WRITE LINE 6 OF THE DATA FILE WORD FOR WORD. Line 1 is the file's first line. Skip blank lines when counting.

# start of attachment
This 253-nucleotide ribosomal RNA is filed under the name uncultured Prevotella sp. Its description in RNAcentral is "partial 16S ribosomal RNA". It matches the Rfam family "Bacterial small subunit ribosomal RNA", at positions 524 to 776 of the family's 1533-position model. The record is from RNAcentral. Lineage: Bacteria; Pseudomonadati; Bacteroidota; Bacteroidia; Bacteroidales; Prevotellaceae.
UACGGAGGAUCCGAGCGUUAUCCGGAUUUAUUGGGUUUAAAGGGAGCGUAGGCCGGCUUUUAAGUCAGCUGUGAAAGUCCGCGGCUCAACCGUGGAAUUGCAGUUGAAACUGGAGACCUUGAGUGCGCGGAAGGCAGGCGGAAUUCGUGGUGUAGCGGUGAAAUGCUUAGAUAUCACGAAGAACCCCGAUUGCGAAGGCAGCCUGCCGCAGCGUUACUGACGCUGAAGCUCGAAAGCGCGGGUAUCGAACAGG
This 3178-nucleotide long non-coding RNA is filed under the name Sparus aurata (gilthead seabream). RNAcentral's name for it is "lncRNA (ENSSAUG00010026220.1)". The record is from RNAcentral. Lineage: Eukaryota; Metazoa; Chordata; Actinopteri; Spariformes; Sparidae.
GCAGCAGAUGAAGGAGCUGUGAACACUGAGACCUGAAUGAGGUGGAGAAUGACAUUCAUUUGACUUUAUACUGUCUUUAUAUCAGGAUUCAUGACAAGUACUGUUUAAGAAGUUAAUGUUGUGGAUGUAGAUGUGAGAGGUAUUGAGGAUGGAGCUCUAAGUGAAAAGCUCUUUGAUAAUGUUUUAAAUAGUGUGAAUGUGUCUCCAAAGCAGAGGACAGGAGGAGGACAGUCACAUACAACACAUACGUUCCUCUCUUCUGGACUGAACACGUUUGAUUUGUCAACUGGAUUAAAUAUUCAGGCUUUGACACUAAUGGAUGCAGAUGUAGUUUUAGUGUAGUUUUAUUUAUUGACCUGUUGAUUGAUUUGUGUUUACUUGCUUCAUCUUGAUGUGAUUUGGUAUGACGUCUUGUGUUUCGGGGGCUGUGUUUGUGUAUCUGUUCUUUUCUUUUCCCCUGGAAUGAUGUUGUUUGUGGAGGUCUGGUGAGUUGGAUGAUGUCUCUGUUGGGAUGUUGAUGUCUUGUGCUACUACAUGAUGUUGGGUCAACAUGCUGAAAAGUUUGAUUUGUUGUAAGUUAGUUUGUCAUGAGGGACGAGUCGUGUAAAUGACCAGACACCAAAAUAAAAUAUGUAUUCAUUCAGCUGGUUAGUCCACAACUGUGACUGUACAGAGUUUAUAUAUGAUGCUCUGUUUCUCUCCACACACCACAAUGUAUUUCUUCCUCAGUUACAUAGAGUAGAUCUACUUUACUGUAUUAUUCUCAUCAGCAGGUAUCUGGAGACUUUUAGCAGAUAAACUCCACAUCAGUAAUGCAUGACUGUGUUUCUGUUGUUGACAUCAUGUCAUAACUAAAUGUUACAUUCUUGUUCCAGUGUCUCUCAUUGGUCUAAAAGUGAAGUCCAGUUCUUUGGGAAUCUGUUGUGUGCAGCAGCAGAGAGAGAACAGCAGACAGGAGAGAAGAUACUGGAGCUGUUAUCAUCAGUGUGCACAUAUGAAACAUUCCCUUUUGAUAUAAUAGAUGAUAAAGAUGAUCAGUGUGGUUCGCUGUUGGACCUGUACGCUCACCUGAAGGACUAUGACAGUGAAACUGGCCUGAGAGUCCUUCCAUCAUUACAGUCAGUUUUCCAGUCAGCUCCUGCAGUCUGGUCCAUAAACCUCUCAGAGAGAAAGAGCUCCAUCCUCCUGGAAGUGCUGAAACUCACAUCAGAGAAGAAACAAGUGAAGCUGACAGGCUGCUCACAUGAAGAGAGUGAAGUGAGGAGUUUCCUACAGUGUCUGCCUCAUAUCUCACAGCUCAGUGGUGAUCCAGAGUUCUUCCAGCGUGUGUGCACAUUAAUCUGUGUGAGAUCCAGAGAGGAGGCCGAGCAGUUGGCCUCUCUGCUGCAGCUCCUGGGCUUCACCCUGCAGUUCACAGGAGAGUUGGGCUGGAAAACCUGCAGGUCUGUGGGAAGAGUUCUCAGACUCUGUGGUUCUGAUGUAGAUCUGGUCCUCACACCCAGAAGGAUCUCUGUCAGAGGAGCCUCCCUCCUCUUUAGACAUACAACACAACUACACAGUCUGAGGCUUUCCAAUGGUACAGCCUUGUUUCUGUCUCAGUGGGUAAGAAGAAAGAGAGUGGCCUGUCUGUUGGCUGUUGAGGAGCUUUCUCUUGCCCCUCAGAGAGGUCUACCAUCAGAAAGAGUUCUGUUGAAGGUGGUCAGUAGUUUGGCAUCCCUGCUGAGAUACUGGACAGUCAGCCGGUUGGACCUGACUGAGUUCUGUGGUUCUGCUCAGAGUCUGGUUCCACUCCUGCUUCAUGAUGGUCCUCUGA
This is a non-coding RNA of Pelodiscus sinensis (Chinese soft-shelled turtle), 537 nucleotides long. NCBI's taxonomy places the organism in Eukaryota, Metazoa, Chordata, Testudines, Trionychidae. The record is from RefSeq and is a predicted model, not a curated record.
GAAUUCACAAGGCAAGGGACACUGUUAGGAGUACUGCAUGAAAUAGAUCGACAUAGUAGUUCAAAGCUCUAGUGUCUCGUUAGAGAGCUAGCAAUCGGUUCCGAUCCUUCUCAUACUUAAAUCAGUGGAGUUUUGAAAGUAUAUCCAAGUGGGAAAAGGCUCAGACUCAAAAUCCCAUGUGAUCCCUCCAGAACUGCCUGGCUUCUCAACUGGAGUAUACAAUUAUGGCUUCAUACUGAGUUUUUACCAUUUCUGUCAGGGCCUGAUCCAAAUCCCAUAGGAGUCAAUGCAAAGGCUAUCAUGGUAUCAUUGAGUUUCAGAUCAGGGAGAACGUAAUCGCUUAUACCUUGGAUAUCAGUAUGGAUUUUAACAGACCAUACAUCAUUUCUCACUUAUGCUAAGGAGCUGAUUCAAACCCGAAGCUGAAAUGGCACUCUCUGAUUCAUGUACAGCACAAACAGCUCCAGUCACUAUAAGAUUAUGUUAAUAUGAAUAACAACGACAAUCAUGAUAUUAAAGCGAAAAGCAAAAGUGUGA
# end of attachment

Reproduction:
GAAUUCACAAGGCAAGGGACACUGUUAGGAGUACUGCAUGAAAUAGAUCGACAUAGUAGUUCAAAGCUCUAGUGUCUCGUUAGAGAGCUAGCAAUCGGUUCCGAUCCUUCUCAUACUUAAAUCAGUGGAGUUUUGAAAGUAUAUCCAAGUGGGAAAAGGCUCAGACUCAAAAUCCCAUGUGAUCCCUCCAGAACUGCCUGGCUUCUCAACUGGAGUAUACAAUUAUGGCUUCAUACUGAGUUUUUACCAUUUCUGUCAGGGCCUGAUCCAAAUCCCAUAGGAGUCAAUGCAAAGGCUAUCAUGGUAUCAUUGAGUUUCAGAUCAGGGAGAACGUAAUCGCUUAUACCUUGGAUAUCAGUAUGGAUUUUAACAGACCAUACAUCAUUUCUCACUUAUGCUAAGGAGCUGAUUCAAACCCGAAGCUGAAAUGGCACUCUCUGAUUCAUGUACAGCACAAACAGCUCCAGUCACUAUAAGAUUAUGUUAAUAUGAAUAACAACGACAAUCAUGAUAUUAAAGCGAAAAGCAAAAGUGUGA